A Meeting By The River
A journalist learns the truth about PRISM and TEMPORA
When he arrived, my agency source was out of breath. He had clearly been running to make our appointment.
“Busy day at the office?” I asked, keeping my eyes on the river.
“You have no idea,” he panted, as he slumped onto the other end of the bench.
I dropped the newspaper into the space between us, and slid it towards him. Edward Snowden’s righteous face blinked out from the front page.
“He looks like something out of one of those vampire movies for girls” said my contact.
I ignored the diversion and got straight to the point.“Why didn’t you tell me?”
My contact inspected his yellow fingernails. “About PRISM? About TEMPORA? You never asked.”
“And would you have told me if I had?”
He chuckled. “Maybe. Depends on what mood I was in.”
A seagull wandered past. My contact eyed it with suspicion, as if the bird were an eavesdropper like him. I waited until it had waddled down to the bank.
“What’s the mood like, inside?”
He raised his eyebrows. “You’re writing a process story?”
“Someone has to.”
“A waste of your time. Typical dead-tree media. Filling pages, yet missing the point.”
“Sounds like you don’t want to answer the question. Is it is pretty bad? Are they on a witch-hunt?”
He let out a blast of laughter. Down on the bank, the gull beat its wings and escaped over the water, heading for a refuse barge.
“Quite the opposite! Its more like…” he rolled his eyeballs as he found the right word. “I would say, relief”.
I shifted myself on the bench to face him. “Wait, what?”
“Relief,” he said again. “The programme was sucking up so many resources.”
“I don’t understand, I thought it was supposed to make you more efficient.”
“It was, I mean, it did. At first. But you’ve read how we were getting around the need for warrants, right?”
I had. The agency had been harvesting data from outside national borders, then sharing it with our friends on the other side of the Atlantic. They had been returning the favour.
“Of course. Mutual co-operation, the Special Relationship and all that. What went wrong?”
He leant towards me. “We were sucking up all the Internet traffic. Headers and content…”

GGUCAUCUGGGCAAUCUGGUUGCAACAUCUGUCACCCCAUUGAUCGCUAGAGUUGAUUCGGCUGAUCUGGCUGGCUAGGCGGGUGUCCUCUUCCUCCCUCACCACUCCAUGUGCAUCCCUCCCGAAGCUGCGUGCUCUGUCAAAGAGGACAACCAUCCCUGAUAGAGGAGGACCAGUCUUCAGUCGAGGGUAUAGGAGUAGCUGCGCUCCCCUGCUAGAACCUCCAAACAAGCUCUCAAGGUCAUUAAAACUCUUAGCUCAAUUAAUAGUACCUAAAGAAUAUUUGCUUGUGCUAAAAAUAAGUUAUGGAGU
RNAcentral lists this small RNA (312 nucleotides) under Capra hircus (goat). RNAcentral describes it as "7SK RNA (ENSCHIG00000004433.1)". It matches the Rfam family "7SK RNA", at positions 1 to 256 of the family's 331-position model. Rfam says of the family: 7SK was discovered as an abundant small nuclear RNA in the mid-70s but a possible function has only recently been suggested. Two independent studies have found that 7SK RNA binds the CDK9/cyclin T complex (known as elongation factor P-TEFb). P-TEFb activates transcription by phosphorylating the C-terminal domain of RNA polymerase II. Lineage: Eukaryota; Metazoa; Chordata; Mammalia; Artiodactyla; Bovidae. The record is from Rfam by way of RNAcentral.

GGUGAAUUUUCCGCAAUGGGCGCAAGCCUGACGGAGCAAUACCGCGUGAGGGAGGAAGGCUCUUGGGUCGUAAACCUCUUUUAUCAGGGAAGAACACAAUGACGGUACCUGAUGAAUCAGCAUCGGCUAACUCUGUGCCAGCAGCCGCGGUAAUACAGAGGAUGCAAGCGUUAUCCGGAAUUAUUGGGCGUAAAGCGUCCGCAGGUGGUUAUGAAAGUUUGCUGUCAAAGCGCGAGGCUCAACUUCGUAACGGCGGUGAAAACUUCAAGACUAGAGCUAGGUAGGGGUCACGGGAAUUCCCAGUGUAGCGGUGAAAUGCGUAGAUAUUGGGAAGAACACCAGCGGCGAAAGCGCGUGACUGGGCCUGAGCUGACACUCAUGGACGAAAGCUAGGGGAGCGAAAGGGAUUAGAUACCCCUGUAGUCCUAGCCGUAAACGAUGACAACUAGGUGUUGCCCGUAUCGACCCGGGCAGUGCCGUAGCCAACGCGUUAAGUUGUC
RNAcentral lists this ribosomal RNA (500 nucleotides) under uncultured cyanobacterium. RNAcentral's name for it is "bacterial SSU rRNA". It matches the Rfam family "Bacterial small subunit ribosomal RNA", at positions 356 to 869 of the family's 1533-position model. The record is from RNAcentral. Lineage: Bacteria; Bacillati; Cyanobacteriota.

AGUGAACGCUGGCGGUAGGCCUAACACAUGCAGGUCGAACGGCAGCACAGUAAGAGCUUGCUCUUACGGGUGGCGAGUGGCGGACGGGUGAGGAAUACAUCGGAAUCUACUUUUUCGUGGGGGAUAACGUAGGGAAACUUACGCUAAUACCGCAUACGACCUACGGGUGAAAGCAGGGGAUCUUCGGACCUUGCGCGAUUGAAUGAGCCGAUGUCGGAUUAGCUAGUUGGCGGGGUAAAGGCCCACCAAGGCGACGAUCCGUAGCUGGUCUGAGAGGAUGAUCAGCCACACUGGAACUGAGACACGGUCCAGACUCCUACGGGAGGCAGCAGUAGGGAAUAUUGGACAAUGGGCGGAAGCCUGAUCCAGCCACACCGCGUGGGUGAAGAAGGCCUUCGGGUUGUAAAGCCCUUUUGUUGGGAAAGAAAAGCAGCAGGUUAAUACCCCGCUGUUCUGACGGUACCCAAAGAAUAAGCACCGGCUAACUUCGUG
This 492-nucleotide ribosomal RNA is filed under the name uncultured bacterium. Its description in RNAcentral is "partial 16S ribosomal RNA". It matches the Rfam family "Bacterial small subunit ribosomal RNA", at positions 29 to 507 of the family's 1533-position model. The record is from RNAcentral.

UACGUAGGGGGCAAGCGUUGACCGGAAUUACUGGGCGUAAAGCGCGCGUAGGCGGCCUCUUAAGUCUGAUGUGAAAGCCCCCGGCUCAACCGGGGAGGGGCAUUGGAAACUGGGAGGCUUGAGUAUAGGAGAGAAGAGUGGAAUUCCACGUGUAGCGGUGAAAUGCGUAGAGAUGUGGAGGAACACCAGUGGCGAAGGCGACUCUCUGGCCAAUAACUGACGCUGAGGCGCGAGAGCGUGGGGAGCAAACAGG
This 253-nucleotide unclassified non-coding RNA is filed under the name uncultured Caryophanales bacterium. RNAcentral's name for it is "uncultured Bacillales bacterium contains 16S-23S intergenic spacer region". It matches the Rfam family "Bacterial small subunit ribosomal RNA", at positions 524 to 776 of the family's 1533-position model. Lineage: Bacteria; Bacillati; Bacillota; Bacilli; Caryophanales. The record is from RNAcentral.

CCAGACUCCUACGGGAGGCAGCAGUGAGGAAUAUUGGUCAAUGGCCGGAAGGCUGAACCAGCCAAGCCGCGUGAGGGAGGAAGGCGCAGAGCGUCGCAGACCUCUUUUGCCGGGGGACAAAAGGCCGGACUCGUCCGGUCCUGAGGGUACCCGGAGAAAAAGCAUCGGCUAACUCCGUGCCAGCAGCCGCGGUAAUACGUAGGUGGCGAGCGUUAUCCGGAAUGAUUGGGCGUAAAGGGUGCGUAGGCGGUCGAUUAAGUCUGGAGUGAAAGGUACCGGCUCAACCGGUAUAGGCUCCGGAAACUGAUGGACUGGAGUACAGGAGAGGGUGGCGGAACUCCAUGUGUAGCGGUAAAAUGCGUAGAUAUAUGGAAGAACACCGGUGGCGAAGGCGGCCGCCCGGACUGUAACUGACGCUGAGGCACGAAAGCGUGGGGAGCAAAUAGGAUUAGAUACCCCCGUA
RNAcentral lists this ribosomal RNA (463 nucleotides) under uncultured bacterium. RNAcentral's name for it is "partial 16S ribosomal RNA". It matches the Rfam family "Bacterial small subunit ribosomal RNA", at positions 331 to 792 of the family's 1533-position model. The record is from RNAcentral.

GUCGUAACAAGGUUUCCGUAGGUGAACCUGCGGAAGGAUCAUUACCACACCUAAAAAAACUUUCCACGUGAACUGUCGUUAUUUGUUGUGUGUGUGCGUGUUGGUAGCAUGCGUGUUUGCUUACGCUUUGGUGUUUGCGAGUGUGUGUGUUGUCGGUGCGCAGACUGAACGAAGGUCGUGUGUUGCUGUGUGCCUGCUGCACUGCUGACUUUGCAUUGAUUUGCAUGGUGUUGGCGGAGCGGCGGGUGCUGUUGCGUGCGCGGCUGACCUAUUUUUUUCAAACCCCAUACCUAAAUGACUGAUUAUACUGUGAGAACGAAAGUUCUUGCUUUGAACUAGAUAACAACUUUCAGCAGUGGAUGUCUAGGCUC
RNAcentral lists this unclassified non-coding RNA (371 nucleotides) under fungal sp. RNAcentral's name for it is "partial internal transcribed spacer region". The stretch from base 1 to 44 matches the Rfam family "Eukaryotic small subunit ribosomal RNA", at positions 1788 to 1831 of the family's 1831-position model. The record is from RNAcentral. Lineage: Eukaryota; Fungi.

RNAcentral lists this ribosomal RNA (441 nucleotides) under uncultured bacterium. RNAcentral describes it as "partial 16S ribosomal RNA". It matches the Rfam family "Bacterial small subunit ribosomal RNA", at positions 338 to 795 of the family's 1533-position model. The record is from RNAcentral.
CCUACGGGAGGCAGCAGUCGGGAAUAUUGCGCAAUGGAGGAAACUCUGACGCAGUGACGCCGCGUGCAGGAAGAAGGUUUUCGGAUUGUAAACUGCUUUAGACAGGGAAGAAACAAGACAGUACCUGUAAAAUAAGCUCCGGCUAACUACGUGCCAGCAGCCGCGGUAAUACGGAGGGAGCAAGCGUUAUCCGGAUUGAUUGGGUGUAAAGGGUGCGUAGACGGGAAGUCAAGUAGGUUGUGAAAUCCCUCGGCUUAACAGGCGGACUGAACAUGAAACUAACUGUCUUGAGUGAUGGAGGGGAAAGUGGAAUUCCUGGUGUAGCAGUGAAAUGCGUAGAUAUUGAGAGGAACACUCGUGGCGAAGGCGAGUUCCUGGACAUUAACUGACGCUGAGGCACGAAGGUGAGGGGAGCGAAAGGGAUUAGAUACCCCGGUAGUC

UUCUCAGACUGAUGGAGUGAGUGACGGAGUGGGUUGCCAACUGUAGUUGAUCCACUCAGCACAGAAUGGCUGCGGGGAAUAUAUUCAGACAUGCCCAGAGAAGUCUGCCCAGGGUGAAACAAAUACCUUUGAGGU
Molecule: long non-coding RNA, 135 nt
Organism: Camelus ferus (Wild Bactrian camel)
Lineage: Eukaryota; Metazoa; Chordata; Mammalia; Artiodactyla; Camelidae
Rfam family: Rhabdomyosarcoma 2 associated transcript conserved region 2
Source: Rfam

“…yes yes, and keeping an archive to share with the others. What was the difficulty?”
Suddenly, my source reached over and flicked my forehead. “Think about it! How do you suppose we shared the data?”
I rubbed the spot where his finger had hit me. “I guess you just… did you just… e-mail it?”
The source shrugged. “As good as. We had shared folders.”
“Like a Drop Box?”
“Exactly. To keep everything synchronised.”
I let out a long, low whistle.
“So you see our problem?”
I did indeed. “The files you were sharing went via the same underwater cables. They became part of the Internet traffic. The very thing you were archiving.”
He placed his fingers together like a man at the confessional.
“We barely noticed, at first. Its a lot of data to begin with, so what is a few more Terabytes, here and there? But the problem just got worse.”
“Well of course it would,” I scolded. “Eventually, you would be archiving the archives.”
“Worse. We archived the archives of the archives.”
“Jeez. How many recursions before you stopped?”
The source turned his head towards me for a moment, but he could not meet my eye.
“Its out of hand now. I would say, most of the traffic we are harvesting is our own signal data, and the back-ups from other locations, looped back through the fibre-optics. The bandwidth is just colossal. Why do you think your domestic broadband speeds are still so sluggish?”
I said nothing. Instead I just gazed out onto the river, and watched the passenger boats and dirty barges manoeuvre around each other on the choppy brown water. When I turned my attention back to the bench, my source had vanished.